A ground-breaking new open data platform – Leeds Data Mill – has launched in Leeds, just days after Chancellor George Osbourne announced a new £42m fund to help make the UK a world leader in big data and algorithm research.
With backing from the Cabinet Office’s Release of Data Fund and Leeds City Council, Leeds Data Mill aims to kick start a new generation of data-driven cities and businesses.
The Leeds Data Mill project is believed to be the first platform in the country to bring together open data information from multiple sectors across the city, uniting public, private, and third sector data.
By collecting open data from multiple sources in a single website, Leeds Data Mill enables people and organisations to explore the different complex relationships between the city’s services and businesses, offering a greater insight into the workings of the city than ever before.
Leeds Data Mill is led by Open Data expert Mark Barrett, a passionate advocate for the transformative power of local data.
Mr Barrett previously worked for the NHS and was recently recognised as one of the “50 most innovative people in healthcare” by the Health Service Journal following his creation “GP Ratings”, the first open data app to reach number one in the iTunes chart.
Mr Barrett said:
“Having worked on national datasets for the past five years, it struck me that a significant change in the Open Data movement would happen at a local level, where people can relate to information about their city.
“By bringing data together from across Leeds, from multiple sectors, we have created something that can be used by anyone to help improve the city.”
A grant awarded from the Cabinet Office’s Release of Data Fund has enabled the launch of 54 open data sets by the platform’s launch – 35 of which have never been seen before.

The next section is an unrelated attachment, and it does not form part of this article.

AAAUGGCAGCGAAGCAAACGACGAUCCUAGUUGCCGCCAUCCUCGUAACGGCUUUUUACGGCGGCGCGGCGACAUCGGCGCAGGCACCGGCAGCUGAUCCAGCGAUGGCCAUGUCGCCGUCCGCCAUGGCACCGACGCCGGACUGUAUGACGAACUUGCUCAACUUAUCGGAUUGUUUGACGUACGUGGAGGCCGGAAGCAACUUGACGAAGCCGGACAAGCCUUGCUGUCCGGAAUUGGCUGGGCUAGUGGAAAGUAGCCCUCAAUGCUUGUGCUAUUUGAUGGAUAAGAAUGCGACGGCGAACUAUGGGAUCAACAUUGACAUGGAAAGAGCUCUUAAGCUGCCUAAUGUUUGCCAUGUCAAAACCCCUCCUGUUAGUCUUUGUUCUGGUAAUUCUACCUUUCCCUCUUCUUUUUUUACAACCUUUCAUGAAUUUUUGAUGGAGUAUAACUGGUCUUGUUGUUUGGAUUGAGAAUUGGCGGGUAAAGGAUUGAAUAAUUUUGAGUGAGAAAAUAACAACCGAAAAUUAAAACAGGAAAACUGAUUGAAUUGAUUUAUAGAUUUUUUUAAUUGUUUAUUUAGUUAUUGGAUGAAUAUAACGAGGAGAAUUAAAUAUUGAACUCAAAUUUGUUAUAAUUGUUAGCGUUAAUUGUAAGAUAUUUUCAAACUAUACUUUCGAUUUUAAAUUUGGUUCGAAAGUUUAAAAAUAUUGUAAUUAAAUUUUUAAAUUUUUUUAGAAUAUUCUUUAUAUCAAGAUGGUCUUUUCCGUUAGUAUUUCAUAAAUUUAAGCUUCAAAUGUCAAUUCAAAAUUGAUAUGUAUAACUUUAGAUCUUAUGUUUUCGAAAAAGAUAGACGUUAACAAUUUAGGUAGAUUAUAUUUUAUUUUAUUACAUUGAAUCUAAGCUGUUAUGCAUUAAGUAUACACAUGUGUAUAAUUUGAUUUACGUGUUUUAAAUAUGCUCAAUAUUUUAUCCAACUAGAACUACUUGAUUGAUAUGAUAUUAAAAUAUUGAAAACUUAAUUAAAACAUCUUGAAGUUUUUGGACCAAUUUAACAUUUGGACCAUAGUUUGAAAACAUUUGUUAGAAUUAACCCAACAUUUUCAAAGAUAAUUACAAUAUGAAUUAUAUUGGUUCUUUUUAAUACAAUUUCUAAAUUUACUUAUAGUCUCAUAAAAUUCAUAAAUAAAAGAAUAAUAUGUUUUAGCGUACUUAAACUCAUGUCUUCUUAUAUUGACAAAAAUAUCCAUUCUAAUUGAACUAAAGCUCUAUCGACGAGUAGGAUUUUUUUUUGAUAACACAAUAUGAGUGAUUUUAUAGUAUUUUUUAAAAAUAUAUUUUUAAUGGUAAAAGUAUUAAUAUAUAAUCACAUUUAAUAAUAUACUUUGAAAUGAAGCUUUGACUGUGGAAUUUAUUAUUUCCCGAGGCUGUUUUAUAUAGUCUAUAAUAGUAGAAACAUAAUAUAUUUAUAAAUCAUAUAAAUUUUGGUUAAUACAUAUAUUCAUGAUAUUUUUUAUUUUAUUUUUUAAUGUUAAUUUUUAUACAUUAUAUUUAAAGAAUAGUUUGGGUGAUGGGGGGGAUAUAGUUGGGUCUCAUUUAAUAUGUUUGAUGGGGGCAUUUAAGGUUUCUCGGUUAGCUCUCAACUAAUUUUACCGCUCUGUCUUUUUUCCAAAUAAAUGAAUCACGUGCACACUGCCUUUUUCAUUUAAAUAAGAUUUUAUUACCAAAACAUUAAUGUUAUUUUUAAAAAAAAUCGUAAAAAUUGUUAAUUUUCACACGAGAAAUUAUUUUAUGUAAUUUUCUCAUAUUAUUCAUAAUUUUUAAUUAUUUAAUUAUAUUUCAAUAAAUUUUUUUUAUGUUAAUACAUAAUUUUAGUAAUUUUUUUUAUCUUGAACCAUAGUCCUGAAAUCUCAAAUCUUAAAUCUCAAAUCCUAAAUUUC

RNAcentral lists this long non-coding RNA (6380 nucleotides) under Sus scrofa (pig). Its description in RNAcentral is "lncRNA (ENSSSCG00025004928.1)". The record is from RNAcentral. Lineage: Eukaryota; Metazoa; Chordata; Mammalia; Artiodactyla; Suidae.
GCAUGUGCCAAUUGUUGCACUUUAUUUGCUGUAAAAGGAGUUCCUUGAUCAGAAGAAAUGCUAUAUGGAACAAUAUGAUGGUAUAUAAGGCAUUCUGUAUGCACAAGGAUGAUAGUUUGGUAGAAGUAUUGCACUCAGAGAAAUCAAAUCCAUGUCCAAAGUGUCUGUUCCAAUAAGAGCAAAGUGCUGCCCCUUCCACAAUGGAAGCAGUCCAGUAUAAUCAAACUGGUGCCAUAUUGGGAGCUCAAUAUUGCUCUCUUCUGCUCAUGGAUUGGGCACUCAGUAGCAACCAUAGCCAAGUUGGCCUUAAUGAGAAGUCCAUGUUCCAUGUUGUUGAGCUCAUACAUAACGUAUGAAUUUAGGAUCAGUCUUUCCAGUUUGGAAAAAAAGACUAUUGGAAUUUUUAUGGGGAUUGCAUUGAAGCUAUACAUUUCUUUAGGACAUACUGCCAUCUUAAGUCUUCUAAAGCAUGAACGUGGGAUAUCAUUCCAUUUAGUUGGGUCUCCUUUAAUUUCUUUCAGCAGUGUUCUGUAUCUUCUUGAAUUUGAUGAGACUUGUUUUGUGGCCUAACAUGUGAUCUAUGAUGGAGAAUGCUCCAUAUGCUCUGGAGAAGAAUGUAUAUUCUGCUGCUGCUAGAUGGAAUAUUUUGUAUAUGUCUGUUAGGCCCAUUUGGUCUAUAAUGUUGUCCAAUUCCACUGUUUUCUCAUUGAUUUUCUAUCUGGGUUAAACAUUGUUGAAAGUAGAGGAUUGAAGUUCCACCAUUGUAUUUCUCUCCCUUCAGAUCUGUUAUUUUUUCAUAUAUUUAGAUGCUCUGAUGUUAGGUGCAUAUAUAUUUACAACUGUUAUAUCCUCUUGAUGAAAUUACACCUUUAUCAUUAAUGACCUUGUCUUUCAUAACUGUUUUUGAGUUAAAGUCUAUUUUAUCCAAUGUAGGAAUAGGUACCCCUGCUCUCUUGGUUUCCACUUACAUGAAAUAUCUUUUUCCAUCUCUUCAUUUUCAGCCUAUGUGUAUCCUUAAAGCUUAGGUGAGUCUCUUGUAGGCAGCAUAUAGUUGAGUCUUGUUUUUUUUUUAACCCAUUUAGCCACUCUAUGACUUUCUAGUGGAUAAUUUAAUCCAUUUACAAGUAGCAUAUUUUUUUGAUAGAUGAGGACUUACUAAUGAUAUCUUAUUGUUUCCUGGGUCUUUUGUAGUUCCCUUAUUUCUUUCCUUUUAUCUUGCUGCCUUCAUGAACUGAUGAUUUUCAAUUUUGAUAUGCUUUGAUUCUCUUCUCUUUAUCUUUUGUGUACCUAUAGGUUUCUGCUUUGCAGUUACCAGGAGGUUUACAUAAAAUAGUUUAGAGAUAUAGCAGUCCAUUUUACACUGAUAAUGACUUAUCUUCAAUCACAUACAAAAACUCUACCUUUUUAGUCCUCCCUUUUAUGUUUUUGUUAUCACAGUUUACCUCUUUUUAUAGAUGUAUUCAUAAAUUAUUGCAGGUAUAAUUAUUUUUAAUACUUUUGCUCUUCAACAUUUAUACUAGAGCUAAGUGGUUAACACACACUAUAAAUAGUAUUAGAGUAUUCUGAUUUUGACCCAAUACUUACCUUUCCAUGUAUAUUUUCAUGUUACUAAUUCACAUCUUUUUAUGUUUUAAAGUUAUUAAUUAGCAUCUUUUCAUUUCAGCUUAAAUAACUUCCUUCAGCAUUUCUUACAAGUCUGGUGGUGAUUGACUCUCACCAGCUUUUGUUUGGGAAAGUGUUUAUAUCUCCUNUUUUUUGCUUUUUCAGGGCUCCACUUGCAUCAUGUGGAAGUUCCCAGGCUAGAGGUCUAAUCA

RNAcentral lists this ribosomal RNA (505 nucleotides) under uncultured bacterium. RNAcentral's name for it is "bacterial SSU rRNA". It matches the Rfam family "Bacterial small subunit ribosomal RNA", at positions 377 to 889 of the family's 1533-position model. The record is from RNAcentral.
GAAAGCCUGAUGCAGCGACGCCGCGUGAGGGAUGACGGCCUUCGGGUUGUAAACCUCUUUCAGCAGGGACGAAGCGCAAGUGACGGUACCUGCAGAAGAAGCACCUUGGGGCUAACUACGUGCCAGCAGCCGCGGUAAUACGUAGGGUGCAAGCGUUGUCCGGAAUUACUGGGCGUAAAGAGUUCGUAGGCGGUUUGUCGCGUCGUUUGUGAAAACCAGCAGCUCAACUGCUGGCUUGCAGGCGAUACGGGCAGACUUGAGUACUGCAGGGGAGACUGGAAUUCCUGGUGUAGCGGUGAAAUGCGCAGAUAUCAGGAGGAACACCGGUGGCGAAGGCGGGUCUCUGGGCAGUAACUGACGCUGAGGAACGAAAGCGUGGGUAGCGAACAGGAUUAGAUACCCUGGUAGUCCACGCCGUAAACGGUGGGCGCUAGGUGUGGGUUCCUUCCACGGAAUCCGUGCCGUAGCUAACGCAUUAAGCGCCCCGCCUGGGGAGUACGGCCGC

It is hoped that by summer 2014 over 100 different open data sets will be available to download by the public, and will be of special interest to anyone who is interested in defining ideas, conceiving solutions and prototyping services that can improve the quality of life in Leeds.
Heather Savory, chair of the Open Data User Group (ODUG) at the Cabinet Office, said:
“Leeds Data Mill was one of the projects selected in the first tranche of funding from the Release of Data Fund (www.gov.uk/government/news/15-million-funding-to-open-up-public-data).
“This funding round was built on the understanding ODUG has gleaned from its engagement across the data community and from Demand Led Open Data, providing an improved perspective on how to accelerate the use of Open Data to solve some of the key changes which need to be made in our communities and for our nation.
“Bringing Open Data to bear for the benefit of our Smart Cities is a key theme. The funding for the Leeds Data Mill underscores the benefits which can be realised and I am delighted to see the acceleration already being created in Smart City Leeds.
I hope that public sector data holders and the Government will see this as tangible evidence that, when the data and the resources are made available, tangible results can be driven out of the Open Data agenda very rapidly.”
Following the Government’s open data White Paper (2012) which encouraged local authorities to publish open data sets, Leeds City Council has worked in collaboration with Leeds Data Mill to publish 50 open data sets on the Leeds Data Mill platform to date.
Datasets include Leeds City Centre footfall data for the past ten years by the hour, every fine issued for unauthorised vehicles being in bus lanes, six years of information on every completed roadwork across the city of Leeds, fines issued for unauthorised parked vehicles in on-street locations, completed planning applications for the past 5 years, road traffic accidents since 2009, and many more.
Yorkshire Water is the first private sector company to collaborate with Leeds Data Mill and has so far released four data sets, including an information feed for Yorkshire Water reservoirs and a current incident feed.
Kirstin Hutchinson, data governance manager at Yorkshire Water, said:
“We are keen explore the possibilities that arise with the Open Data community in the region and we look forward to working with Leeds Data Mill to start to release some of our data and see how this can be used to create new insight and how it can be used with other data to create a rich picture of the local area.”
More partnerships are in the pipeline, with West Yorkshire Integrated Transport Authority Metro recently pledging its involvement with the scheme.
Leeds Data Mill provides private sector organisations with an opportunity to accelerate their learning in the use of data to create a competitive advantage.
Following the success of two pilot events run by Leeds Data Mill, to encourage local organisations and citizens to engage with the platform and understand the potential power of open data, further events are planned to bring sectors together to become part of the Open Data movement within the city.